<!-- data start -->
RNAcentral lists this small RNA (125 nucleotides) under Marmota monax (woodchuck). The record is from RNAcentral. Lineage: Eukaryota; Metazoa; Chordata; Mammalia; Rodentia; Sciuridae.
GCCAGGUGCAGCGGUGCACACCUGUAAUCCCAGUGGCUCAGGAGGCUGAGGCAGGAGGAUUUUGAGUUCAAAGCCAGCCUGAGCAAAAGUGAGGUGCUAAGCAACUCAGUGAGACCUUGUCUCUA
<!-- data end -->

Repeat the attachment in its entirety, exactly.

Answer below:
RNAcentral lists this small RNA (125 nucleotides) under Marmota monax (woodchuck). The record is from RNAcentral. Lineage: Eukaryota; Metazoa; Chordata; Mammalia; Rodentia; Sciuridae.
GCCAGGUGCAGCGGUGCACACCUGUAAUCCCAGUGGCUCAGGAGGCUGAGGCAGGAGGAUUUUGAGUUCAAAGCCAGCCUGAGCAAAAGUGAGGUGCUAAGCAACUCAGUGAGACCUUGUCUCUA